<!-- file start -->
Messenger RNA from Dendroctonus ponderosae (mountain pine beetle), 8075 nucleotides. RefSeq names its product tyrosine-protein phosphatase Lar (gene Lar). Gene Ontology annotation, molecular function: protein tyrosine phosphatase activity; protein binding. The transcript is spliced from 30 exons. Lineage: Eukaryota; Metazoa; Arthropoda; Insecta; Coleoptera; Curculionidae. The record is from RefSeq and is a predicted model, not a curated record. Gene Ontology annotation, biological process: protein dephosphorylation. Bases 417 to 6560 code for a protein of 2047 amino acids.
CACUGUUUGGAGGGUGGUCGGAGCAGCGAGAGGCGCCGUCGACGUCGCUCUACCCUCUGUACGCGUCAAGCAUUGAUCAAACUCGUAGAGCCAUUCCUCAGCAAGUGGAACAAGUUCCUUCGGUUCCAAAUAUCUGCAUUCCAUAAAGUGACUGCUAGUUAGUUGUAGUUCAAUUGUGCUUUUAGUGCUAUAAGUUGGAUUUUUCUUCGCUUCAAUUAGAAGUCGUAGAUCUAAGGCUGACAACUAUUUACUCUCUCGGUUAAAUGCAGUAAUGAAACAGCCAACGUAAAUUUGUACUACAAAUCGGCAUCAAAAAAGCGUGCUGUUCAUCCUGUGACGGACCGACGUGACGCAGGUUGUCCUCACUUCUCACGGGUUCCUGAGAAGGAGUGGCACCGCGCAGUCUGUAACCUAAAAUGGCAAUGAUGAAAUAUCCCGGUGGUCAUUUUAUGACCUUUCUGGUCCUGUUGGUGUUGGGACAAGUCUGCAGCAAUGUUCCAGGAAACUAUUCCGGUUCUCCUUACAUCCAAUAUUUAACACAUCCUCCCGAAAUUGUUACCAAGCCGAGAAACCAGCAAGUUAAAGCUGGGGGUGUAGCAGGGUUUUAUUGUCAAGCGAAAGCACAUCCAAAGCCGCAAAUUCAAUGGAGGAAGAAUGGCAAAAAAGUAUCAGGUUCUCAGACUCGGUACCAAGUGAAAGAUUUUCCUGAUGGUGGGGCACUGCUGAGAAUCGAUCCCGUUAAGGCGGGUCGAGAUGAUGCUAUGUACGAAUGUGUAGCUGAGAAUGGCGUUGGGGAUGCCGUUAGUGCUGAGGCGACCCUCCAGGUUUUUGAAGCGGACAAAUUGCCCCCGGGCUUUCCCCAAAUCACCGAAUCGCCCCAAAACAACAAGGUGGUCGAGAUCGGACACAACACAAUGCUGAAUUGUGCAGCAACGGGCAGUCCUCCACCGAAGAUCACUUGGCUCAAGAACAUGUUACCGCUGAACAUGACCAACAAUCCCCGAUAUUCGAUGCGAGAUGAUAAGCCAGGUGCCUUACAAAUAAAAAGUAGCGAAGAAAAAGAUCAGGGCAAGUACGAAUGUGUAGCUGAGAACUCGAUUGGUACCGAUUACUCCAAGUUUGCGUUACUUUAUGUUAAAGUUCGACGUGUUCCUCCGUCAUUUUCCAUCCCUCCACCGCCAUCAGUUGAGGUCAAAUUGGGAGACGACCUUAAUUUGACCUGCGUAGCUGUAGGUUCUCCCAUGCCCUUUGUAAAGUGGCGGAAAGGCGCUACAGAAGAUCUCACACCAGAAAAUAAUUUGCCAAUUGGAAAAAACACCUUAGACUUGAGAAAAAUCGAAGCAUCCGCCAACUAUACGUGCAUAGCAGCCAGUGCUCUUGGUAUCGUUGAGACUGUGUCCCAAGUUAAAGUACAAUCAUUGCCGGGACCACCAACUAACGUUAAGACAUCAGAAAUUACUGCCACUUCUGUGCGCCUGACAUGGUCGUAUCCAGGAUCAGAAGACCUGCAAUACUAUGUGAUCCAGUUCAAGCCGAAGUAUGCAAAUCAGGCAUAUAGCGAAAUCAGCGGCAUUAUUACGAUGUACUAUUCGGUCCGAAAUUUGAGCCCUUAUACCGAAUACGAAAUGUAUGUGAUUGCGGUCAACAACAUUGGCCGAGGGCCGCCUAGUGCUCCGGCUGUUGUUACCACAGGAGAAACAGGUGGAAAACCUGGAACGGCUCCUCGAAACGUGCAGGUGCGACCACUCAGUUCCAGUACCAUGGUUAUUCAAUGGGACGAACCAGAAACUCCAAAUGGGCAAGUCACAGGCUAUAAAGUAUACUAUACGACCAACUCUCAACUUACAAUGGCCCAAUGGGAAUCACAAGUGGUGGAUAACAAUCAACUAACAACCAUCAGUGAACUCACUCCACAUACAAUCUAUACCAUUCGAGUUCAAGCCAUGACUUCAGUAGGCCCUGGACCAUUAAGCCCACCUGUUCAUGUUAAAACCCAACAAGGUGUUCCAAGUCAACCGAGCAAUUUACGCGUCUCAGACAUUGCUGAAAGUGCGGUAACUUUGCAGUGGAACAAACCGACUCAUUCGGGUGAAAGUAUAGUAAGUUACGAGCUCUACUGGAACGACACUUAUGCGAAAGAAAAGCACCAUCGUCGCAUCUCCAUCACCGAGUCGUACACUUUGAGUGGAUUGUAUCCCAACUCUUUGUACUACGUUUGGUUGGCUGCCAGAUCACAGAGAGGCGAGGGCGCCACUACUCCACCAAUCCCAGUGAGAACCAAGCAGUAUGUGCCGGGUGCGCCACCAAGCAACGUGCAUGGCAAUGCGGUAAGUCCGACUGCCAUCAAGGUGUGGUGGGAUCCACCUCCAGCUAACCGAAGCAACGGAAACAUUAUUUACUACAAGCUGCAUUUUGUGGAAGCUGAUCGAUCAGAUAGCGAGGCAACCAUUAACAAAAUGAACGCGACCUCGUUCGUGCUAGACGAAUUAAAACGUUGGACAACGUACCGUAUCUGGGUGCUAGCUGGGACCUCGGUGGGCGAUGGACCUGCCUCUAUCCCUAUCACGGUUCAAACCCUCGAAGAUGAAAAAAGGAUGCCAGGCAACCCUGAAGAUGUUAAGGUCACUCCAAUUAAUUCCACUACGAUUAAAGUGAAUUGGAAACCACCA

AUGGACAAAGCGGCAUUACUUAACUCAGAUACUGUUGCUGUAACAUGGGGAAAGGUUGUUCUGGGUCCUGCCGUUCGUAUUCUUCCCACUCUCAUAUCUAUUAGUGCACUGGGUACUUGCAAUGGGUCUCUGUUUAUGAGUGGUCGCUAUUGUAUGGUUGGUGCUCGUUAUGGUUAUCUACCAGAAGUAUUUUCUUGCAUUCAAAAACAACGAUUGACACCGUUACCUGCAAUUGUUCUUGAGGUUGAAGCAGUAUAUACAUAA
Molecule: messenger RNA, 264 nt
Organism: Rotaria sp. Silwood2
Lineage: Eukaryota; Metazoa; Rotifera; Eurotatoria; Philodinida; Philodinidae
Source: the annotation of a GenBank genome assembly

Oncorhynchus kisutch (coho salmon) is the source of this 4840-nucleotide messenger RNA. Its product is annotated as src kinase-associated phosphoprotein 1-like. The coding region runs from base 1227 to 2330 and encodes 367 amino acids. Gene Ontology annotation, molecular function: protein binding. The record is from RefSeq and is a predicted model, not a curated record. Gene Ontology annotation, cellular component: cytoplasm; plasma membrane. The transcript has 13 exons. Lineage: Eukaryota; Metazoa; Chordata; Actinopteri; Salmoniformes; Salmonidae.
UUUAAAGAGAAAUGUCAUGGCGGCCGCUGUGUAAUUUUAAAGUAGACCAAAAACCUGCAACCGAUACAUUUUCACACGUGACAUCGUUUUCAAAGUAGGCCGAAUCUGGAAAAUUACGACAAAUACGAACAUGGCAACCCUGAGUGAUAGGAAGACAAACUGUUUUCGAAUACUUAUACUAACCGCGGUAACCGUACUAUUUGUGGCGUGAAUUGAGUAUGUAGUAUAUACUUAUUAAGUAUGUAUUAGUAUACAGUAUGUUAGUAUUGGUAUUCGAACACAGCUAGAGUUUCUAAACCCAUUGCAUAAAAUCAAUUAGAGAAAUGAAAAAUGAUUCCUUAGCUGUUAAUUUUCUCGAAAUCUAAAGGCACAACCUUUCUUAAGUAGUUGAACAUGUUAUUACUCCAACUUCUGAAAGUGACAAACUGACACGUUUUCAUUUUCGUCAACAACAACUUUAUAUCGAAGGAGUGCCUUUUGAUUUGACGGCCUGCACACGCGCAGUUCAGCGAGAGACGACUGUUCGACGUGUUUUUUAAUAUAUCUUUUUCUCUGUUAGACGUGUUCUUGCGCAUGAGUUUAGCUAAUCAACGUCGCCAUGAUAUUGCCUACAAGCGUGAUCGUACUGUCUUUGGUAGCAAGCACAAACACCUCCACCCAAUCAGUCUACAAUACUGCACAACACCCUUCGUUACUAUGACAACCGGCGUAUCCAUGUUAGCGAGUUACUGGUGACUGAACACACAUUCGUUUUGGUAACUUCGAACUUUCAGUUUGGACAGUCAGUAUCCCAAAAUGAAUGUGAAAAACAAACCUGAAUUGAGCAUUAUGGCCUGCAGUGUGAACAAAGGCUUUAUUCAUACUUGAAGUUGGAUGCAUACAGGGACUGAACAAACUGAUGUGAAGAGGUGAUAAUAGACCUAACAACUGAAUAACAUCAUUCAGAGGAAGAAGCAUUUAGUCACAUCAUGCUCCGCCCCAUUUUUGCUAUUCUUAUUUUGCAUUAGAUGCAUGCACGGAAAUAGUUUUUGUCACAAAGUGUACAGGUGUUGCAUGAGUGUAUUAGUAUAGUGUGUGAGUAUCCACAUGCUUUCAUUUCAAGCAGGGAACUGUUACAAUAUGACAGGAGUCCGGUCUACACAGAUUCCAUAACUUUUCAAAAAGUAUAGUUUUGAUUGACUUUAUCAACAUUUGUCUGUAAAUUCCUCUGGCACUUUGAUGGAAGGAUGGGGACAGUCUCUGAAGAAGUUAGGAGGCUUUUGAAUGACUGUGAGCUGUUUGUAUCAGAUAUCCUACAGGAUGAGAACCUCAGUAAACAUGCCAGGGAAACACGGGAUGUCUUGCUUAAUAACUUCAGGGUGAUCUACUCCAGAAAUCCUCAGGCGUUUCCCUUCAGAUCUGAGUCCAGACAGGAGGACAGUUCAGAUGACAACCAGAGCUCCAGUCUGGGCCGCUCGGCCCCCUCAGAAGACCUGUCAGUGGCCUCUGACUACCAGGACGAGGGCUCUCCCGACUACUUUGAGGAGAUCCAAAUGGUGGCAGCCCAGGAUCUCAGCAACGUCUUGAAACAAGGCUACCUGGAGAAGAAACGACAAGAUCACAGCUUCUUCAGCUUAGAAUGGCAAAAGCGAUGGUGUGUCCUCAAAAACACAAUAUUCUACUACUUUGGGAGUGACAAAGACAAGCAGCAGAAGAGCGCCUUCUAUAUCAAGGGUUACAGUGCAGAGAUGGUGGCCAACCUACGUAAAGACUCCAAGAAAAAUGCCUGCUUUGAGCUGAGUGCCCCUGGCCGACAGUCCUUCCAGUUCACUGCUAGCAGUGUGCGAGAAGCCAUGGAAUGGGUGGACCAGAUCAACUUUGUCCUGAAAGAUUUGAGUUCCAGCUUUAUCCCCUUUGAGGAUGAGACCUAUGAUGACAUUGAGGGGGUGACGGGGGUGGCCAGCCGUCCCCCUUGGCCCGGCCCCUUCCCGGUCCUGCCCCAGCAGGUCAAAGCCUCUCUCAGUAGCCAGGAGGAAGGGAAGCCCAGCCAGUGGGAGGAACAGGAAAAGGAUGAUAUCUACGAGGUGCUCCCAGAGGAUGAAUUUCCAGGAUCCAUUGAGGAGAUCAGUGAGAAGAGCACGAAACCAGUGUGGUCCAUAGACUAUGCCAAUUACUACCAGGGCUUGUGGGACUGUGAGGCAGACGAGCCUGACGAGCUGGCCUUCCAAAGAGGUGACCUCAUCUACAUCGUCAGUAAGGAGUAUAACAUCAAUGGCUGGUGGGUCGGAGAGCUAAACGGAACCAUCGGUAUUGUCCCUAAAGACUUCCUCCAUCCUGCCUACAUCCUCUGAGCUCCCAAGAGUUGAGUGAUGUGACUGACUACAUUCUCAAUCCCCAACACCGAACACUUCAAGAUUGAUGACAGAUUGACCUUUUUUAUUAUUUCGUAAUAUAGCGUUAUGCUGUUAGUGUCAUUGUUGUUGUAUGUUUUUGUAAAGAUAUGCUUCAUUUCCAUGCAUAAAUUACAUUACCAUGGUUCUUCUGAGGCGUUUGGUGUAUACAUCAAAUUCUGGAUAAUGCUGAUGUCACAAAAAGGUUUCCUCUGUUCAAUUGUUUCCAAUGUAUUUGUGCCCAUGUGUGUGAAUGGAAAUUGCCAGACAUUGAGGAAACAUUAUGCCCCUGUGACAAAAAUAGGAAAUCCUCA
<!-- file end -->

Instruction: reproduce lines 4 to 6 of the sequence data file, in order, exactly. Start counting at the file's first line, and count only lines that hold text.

Molecule: messenger RNA, 264 nt
Organism: Rotaria sp. Silwood2
Lineage: Eukaryota; Metazoa; Rotifera; Eurotatoria; Philodinida; Philodinidae